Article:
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Jeff Zindani

Consultant, Acquira Professional Services

Quotation Marks
A detailed M&A plan is essential. This will need to go through various phases from pre-merger to post-merger and must be long term in nature to work.”

Why firm mergers go wrong: golden rules for success

Why firm mergers go wrong: golden rules for success


Jeff Zindani reflects on the rules for harmonious mergers

As the covid-19 crisis starts to ease, weaker firms, for the last 18 months propped up by government funding, emerge as targets ripe for takeovers.

Well run, financially stable firms, on the other hand, are in a good position to take advantage of acquisitions opportunities in what is a buoyant legal services market.

The availability of cash and low interest rates is already fuelling a M&A boom and in recent months we have seen a flurry of activity from publicly listed firms such as Knights PLC (with revenue increase by over £100m in 10 years), and smaller acquisitions from regional players like Yorkshire firm Switalskis (with two acquisitions in six months).

Amid this wave, it’s worth asking whether merger really is the right way to go. Empirical research shows most M&A often fail, yet firms still do deals which could be bad news for them.

Others are persuaded not to acquire due to fear of failure, potentially missing out on successful growth.

So how can firms protect themselves from a merger going wrong?

The sector is very different to others, particularly due to our heavily regulated environment. There are, however, some golden rules for partners and firm owners when they start to think about M&A strategies for growth.

Rule one: Don’t sacrifice finances over strategy

Too often, I hear partners telling me “It’s all about the strategy”. I do understand, but not when the financial case is so weak it could cause immense damage to the acquiring firm.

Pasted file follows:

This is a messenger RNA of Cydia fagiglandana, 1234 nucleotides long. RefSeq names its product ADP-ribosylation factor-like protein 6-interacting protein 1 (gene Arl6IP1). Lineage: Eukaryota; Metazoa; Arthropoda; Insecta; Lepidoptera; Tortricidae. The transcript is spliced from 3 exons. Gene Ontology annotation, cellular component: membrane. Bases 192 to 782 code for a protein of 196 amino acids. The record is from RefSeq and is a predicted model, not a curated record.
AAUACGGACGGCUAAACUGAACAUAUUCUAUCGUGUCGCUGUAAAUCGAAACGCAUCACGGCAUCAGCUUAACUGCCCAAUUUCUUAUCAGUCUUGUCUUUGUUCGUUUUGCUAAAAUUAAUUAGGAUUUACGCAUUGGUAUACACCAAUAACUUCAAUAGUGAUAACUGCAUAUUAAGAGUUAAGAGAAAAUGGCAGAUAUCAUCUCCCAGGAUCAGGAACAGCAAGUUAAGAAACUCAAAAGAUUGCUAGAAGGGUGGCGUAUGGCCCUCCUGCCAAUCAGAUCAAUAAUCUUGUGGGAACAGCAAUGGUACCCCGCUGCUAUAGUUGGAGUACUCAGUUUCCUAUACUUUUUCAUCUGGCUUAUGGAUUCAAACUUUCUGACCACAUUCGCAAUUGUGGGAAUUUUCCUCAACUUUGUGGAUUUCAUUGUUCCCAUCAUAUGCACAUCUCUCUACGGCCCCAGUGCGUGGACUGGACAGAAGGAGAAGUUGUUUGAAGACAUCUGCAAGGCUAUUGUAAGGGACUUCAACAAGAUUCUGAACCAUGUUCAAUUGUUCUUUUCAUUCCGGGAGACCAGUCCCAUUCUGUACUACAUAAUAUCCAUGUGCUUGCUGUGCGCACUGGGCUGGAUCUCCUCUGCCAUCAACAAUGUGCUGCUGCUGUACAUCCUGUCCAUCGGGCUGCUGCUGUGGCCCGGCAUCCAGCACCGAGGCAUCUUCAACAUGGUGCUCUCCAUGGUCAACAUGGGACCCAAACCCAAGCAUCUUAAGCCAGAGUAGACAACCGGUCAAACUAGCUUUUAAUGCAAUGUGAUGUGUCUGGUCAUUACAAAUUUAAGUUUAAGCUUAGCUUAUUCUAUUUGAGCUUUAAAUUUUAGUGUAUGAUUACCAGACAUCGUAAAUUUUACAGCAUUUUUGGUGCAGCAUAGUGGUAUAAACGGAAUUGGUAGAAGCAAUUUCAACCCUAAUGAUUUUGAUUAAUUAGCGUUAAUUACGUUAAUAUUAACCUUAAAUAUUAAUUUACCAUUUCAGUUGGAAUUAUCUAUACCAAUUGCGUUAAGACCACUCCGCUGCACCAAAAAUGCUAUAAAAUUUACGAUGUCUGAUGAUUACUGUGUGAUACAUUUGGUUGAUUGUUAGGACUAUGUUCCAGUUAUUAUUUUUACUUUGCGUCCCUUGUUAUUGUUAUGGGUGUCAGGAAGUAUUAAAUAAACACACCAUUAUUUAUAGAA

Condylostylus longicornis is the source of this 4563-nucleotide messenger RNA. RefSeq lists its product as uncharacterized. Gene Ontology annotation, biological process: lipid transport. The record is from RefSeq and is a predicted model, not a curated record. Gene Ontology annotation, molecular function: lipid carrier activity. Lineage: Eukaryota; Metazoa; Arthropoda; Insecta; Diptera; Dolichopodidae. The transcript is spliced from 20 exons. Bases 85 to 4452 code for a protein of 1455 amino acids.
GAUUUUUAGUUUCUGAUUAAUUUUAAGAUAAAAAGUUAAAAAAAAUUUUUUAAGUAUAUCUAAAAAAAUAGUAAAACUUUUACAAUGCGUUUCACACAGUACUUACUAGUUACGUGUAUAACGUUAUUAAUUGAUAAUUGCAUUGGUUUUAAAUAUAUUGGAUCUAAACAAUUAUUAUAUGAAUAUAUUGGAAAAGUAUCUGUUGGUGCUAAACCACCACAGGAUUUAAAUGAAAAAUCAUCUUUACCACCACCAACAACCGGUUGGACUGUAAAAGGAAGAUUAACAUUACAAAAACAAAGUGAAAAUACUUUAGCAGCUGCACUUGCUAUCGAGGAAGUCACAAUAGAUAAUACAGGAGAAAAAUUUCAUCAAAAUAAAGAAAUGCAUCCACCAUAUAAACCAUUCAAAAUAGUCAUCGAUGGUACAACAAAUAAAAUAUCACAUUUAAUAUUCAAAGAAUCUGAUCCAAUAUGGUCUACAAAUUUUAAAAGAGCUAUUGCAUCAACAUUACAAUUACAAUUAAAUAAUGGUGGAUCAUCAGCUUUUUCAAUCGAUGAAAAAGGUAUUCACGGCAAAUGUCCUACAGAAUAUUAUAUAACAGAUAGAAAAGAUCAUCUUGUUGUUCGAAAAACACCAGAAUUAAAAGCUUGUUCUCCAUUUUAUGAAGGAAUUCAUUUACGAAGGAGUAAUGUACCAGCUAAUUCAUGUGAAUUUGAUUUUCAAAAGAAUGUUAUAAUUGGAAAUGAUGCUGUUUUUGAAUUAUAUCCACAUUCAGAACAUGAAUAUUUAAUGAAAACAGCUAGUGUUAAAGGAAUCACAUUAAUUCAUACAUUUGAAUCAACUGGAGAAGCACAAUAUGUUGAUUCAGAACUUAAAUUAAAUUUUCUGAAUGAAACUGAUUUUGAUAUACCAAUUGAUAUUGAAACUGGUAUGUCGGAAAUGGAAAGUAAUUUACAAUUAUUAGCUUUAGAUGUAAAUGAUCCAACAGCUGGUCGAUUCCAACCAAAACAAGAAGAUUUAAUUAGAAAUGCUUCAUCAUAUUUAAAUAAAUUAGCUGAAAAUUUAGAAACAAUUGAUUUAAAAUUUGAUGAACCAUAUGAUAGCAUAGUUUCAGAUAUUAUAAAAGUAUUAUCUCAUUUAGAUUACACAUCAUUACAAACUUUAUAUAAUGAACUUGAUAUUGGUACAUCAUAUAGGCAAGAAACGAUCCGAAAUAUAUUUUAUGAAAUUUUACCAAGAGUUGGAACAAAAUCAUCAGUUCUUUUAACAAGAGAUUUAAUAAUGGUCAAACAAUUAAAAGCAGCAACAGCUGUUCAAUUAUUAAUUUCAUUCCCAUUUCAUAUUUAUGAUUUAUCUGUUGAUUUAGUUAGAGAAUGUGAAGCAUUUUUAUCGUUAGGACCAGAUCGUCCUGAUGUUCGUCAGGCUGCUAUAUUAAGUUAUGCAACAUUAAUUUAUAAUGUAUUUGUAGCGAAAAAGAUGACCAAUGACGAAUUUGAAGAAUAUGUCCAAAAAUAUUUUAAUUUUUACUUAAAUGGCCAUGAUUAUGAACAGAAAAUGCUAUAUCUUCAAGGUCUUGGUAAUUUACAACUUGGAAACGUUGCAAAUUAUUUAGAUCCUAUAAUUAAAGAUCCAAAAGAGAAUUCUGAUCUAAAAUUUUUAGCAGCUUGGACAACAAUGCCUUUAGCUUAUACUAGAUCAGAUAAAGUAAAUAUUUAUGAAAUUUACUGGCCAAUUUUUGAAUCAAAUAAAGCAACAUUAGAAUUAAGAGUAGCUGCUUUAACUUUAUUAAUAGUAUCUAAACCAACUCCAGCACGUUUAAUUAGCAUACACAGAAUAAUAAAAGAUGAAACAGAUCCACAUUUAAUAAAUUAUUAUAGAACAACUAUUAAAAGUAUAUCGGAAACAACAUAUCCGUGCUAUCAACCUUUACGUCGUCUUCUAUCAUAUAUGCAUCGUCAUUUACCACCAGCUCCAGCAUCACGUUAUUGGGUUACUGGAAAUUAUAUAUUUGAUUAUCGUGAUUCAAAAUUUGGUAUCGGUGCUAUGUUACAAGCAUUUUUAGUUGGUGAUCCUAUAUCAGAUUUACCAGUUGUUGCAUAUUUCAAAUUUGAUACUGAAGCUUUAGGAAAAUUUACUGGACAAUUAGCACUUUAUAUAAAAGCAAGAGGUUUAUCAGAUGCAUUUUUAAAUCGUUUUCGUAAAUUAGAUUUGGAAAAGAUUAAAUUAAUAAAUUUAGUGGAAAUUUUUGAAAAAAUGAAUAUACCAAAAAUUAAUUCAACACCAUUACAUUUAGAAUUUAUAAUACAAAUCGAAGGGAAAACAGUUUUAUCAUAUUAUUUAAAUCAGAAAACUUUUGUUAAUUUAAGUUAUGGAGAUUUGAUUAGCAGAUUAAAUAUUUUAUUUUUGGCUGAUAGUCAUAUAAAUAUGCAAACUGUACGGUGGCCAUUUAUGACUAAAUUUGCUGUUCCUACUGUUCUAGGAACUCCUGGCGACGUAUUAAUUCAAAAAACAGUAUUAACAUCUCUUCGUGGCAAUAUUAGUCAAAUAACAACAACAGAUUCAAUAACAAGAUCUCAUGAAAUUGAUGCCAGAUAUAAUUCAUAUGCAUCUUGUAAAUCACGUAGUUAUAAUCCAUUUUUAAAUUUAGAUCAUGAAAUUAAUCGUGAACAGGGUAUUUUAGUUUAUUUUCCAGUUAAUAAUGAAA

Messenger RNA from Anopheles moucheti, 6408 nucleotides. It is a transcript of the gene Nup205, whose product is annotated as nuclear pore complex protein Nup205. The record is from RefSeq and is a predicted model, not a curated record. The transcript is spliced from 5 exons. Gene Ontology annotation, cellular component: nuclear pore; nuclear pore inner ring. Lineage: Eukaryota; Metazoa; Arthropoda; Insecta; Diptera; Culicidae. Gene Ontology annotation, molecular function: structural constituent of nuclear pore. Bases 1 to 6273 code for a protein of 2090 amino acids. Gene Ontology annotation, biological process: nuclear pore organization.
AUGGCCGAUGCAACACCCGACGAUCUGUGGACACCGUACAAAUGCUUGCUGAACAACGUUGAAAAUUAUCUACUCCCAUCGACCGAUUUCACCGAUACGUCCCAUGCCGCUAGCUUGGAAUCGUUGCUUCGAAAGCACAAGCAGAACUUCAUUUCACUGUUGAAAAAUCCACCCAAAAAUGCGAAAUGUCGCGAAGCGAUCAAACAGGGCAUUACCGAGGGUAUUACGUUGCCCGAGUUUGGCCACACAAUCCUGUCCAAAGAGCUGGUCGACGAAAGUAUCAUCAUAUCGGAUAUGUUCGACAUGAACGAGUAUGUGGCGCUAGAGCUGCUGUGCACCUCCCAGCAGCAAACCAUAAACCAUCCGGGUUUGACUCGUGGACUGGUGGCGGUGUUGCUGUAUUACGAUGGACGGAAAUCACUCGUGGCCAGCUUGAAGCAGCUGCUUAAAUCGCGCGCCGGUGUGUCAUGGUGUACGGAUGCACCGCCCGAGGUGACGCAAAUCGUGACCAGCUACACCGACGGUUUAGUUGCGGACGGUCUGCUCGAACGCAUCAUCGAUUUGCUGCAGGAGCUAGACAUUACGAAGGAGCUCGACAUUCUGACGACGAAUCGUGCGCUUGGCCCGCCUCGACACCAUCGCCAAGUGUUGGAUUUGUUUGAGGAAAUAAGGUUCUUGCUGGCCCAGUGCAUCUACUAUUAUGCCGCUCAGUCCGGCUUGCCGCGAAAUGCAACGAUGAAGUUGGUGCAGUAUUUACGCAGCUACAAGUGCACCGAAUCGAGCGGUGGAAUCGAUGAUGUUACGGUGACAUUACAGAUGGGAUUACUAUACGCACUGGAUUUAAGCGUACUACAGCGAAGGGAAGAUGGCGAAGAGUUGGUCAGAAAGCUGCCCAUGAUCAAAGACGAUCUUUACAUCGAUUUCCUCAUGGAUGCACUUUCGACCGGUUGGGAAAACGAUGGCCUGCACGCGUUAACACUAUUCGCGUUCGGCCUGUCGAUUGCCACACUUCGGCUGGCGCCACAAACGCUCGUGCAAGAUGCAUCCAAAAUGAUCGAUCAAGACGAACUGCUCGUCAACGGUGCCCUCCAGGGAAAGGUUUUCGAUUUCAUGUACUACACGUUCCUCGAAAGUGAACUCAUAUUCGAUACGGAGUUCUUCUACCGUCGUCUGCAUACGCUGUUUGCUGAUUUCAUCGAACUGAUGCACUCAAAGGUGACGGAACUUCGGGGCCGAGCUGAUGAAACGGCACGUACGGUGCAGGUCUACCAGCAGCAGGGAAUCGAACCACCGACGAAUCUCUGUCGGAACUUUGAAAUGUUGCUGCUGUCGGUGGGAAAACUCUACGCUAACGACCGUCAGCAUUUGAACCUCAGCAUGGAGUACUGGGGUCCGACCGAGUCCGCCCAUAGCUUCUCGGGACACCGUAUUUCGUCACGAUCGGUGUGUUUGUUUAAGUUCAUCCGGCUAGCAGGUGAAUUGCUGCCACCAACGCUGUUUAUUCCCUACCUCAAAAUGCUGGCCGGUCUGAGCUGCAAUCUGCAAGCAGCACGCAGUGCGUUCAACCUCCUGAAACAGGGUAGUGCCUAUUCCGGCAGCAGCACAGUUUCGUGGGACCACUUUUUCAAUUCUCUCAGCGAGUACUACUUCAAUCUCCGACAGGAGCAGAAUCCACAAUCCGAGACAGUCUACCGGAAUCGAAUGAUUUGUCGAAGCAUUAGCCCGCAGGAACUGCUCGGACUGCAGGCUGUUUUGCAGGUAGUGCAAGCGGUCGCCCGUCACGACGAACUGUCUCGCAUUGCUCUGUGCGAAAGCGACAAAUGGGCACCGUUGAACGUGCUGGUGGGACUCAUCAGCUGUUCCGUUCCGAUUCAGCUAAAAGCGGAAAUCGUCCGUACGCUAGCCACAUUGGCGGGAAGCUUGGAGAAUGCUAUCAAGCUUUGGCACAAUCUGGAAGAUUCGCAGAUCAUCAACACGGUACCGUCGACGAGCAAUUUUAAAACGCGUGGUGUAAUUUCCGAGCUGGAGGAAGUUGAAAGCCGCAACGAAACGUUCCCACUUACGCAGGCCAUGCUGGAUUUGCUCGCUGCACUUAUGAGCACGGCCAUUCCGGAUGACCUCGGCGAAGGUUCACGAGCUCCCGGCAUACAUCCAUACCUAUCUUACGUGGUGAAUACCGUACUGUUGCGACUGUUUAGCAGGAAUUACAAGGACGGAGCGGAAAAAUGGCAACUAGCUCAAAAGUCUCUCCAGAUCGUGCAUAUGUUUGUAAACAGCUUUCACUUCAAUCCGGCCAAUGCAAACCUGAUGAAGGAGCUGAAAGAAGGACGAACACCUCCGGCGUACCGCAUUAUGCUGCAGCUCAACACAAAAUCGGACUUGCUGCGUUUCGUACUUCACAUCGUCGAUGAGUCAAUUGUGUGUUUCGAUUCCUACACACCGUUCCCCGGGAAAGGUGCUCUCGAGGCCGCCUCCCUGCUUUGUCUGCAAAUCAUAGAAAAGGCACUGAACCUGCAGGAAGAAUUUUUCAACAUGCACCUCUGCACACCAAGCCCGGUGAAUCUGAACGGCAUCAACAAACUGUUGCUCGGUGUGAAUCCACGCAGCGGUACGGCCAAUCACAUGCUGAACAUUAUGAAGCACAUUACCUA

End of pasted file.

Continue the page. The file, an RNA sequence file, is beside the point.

Due diligence can sometimes be no more than a box ticking exercise when the underlying financial model is inherently flawed. As Peter Drucker once stated, “deal making beats working”. Dealmaking is the exciting stuff, whereas working requires “grubby detail work”.

Why does this happen? One reason is lawyer/partner hubris. They get carried away with the momentum of a deal and rarely ask the simple question: why are we doing this?

If the business case cannot be explained in a few words, rather than in complicated, visionary, language, you know there will be trouble ahead.

Rule two: Consider what you are bringing to the table

In a number of deals, it became apparent the acquiring firm needs to consider what they can bring to the table in terms of leadership and strategy. Always ask yourself this question rather than simply assuming all will be well.

Rule three: Ensure you have the resources to make it work

Bolt-on acquisitions where a firm acquires a niche business can work well without huge effort at management level. Larger acquisitions which increase debt levels and pressure from day one, however, can get off to a bad start.

Recently, I saw a management team walk away when they realised how much more of their time would be required to make the deal work and how this would affect the running of their existing practice. An already stretched practice can be tipped over the edge by an acquisition.

Rule four: Culture kills deals

This is one of the most overlooked problems for lawyers. Bringing two distinct cultures together is no easy feat, but perhaps the biggest mistake is not to accept there are differences at all.

Cultures must fit for a merger to work. If they don’t, over time lawyers walk, taking clients with them. Equity partners might be happy to put up with a culture they don’t like if it gives significantly more money through a favourable deal structure, but what about junior partners and associates?

Rule five: You need a detailed plan

Getting buy in, not just from partners and key stakeholders, but also staff and clients, is also key to success. A detailed plan is essential, to go through various phases from pre-merger to post-merger and must be long term in nature to work.

Without a detailed integration plan that is carefully executed, you will be setting yourself up to fail.

Growth by M&A is becoming big business. Well planned and executed can deals can transform a firm, but without careful planning, can be doomed to fail. Don’t let the risk of failure put you off the benefits of growth.

Jeff Zindani is a merger consultant for law firms and legal tech companies at Acquira Professional Services. He was formerly an equity partner at Russell Jones & Walker, now part of Slater Gordon: